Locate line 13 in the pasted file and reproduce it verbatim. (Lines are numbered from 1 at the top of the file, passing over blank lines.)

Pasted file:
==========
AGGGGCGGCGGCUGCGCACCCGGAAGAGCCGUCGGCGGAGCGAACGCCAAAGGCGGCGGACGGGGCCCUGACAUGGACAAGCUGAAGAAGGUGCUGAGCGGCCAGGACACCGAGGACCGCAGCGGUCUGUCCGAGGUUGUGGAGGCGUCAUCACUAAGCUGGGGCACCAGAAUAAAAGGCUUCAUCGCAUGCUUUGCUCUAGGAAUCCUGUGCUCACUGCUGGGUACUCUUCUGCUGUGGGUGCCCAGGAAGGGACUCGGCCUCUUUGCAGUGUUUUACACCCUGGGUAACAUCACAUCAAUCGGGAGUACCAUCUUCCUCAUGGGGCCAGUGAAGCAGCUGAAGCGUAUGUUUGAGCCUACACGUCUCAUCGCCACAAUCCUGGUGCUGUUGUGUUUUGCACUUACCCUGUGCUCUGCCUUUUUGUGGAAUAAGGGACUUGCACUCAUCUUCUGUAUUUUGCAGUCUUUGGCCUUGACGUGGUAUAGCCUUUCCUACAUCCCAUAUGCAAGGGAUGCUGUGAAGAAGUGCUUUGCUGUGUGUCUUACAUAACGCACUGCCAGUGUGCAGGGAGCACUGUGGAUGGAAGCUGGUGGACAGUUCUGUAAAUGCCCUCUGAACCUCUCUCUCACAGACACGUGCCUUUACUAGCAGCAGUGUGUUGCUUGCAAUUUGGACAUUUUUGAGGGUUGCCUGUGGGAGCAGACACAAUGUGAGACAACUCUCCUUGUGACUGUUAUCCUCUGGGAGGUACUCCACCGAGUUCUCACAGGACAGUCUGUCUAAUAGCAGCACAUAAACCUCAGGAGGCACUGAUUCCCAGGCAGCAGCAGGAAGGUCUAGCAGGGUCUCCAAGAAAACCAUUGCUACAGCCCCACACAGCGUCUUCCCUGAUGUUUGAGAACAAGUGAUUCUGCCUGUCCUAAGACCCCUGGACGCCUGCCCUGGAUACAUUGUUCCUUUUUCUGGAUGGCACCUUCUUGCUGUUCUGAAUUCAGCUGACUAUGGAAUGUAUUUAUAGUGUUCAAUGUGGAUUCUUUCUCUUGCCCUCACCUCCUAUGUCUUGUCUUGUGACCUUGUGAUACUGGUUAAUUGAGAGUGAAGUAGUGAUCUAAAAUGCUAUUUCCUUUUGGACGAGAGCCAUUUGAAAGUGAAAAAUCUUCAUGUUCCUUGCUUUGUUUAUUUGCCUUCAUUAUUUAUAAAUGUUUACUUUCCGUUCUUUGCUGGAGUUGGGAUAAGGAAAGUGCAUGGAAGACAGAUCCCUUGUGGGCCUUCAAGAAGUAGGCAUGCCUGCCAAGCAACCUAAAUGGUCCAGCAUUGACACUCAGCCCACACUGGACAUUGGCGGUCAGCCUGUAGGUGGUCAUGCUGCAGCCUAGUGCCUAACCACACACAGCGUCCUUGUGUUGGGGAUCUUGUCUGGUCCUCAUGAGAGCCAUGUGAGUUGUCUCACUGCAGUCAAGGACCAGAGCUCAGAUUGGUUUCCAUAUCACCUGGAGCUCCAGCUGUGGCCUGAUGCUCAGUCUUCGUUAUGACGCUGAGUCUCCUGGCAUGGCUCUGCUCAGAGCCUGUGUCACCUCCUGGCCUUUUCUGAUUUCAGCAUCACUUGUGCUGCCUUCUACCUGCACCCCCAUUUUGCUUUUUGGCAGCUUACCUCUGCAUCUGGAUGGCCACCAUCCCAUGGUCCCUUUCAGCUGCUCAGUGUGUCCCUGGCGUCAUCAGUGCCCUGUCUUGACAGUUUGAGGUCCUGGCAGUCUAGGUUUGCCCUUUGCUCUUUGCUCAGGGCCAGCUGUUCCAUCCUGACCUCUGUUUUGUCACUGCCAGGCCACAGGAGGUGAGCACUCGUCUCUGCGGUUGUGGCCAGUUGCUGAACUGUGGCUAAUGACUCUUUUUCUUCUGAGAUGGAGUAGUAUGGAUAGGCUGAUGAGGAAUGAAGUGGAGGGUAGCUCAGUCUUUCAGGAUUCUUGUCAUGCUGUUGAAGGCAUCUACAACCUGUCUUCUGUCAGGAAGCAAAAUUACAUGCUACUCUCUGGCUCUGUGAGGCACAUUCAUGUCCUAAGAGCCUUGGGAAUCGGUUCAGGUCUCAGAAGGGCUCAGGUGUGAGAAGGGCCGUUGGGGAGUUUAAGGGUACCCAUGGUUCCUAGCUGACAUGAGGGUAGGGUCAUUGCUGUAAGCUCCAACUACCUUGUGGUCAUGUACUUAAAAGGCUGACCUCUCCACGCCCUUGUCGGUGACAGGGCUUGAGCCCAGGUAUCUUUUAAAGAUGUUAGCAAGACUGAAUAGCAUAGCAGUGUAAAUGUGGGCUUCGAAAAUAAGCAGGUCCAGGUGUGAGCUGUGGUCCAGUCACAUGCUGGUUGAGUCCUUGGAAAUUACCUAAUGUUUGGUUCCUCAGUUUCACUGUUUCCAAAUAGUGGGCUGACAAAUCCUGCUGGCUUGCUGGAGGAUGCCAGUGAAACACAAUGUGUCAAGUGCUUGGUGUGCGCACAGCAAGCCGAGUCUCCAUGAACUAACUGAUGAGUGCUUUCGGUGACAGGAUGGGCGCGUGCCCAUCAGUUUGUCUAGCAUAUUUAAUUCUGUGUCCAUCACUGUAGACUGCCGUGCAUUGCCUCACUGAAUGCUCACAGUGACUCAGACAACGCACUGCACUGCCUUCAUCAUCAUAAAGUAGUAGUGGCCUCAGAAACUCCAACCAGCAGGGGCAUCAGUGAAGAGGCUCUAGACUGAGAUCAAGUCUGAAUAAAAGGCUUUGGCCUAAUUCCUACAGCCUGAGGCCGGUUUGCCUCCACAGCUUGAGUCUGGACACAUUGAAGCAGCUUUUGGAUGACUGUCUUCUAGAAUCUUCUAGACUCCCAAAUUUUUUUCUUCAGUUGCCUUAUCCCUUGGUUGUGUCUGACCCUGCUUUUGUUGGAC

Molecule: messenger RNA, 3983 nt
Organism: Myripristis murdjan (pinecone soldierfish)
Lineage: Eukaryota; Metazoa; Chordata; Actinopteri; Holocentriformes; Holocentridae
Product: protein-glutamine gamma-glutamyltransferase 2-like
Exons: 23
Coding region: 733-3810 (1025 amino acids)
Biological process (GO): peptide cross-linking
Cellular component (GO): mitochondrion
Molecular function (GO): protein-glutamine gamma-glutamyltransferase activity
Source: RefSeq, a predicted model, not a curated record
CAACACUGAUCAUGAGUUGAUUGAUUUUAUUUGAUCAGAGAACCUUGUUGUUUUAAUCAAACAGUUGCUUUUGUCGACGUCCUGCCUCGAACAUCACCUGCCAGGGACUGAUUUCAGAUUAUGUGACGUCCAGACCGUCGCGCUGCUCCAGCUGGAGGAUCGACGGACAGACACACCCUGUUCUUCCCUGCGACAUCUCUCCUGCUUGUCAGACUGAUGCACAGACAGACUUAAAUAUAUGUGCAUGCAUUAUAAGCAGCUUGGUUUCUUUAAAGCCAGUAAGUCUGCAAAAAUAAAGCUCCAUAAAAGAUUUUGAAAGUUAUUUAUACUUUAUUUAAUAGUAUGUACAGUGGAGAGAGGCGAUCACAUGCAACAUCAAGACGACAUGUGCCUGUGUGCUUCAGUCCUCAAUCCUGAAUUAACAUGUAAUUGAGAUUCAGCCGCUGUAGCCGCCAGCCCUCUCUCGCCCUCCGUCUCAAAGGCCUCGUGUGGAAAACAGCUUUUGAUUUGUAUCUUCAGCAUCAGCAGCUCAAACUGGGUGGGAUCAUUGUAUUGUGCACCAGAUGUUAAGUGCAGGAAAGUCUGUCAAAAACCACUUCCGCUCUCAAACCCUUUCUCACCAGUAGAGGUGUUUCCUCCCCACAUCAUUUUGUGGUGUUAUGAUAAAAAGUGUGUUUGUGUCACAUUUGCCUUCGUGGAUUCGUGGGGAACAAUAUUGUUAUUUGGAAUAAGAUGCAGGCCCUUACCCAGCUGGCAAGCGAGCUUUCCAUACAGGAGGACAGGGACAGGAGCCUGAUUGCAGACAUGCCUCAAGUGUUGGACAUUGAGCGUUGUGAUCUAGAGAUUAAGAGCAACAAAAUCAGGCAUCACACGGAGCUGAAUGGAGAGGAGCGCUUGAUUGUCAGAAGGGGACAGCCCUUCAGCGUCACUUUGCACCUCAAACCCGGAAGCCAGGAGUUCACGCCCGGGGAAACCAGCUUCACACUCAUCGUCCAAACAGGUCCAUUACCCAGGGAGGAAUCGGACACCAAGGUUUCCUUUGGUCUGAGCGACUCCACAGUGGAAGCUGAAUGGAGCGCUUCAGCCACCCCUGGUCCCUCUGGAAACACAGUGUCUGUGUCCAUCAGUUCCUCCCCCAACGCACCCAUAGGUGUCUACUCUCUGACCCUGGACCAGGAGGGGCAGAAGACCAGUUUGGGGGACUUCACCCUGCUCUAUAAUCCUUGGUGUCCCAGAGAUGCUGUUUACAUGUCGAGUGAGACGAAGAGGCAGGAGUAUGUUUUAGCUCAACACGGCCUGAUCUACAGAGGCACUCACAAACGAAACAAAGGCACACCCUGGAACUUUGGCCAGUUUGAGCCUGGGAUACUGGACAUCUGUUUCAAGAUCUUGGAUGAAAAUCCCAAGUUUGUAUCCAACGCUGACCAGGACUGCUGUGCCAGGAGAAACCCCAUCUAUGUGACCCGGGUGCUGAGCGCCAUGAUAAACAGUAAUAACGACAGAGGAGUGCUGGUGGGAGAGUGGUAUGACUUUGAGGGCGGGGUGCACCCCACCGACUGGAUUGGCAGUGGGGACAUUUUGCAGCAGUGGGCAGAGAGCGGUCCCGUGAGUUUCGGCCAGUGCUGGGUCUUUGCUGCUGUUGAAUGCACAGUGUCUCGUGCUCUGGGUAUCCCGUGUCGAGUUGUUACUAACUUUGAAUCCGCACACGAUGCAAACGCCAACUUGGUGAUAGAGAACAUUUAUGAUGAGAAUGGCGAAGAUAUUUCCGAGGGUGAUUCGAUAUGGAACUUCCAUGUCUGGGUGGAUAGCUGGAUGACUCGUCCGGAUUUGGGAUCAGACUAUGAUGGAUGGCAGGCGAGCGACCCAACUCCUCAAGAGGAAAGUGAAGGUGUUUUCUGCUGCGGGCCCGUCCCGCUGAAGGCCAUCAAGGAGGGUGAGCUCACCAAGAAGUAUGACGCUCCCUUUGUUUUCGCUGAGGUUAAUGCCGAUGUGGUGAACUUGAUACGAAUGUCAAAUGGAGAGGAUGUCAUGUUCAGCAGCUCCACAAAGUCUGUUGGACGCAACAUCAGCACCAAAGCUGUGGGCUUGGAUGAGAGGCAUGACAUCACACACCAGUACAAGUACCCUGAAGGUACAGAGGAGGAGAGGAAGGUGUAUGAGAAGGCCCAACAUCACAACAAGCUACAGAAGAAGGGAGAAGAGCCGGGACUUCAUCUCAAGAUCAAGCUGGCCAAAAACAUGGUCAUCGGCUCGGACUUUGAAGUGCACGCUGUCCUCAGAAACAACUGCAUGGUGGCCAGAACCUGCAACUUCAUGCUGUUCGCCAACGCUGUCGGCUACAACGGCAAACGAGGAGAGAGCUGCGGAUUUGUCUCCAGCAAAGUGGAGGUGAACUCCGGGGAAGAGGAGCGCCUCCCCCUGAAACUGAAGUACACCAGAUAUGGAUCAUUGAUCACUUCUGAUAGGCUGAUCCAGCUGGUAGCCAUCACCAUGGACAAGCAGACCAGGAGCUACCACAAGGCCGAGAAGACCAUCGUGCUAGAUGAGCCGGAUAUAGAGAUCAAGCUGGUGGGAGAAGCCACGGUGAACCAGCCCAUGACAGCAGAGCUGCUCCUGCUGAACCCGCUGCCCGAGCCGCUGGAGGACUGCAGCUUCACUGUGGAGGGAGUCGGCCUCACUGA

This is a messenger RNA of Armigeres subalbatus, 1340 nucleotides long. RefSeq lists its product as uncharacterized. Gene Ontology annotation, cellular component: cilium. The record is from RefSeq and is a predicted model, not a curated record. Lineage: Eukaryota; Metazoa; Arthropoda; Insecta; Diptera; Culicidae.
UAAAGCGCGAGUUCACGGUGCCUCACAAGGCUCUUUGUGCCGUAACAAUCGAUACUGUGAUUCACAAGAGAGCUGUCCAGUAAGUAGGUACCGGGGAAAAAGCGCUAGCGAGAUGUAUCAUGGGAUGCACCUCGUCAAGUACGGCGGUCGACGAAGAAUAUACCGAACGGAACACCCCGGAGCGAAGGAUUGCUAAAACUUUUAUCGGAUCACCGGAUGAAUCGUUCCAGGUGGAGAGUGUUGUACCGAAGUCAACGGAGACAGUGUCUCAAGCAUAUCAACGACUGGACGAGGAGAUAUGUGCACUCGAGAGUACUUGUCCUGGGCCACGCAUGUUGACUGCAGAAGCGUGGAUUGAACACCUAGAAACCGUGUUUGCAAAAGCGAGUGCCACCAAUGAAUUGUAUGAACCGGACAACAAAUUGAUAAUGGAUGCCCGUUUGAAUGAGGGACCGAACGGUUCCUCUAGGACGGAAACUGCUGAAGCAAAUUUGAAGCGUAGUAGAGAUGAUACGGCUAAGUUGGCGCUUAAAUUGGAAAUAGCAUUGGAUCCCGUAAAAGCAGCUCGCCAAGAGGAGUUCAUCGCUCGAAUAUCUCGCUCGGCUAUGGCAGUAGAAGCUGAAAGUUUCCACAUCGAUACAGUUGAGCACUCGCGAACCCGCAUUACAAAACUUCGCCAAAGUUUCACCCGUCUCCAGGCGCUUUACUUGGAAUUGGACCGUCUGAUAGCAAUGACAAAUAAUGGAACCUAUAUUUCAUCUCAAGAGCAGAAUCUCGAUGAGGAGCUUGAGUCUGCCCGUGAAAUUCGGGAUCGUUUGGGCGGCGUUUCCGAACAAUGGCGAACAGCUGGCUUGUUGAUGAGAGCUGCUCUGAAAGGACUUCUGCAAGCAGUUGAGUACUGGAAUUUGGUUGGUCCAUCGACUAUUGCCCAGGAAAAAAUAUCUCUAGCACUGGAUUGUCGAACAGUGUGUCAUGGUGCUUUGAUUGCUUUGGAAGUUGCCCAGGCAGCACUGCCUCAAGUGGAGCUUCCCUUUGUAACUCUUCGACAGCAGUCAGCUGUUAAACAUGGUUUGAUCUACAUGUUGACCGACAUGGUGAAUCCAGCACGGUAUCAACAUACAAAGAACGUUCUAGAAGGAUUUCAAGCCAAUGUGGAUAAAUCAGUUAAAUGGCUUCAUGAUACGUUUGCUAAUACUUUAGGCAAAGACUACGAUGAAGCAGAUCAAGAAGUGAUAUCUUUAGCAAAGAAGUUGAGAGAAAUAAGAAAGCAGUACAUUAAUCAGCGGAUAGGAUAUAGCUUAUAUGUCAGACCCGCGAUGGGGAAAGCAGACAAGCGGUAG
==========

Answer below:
This is a messenger RNA of Armigeres subalbatus, 1340 nucleotides long. RefSeq lists its product as uncharacterized. Gene Ontology annotation, cellular component: cilium. The record is from RefSeq and is a predicted model, not a curated record. Lineage: Eukaryota; Metazoa; Arthropoda; Insecta; Diptera; Culicidae.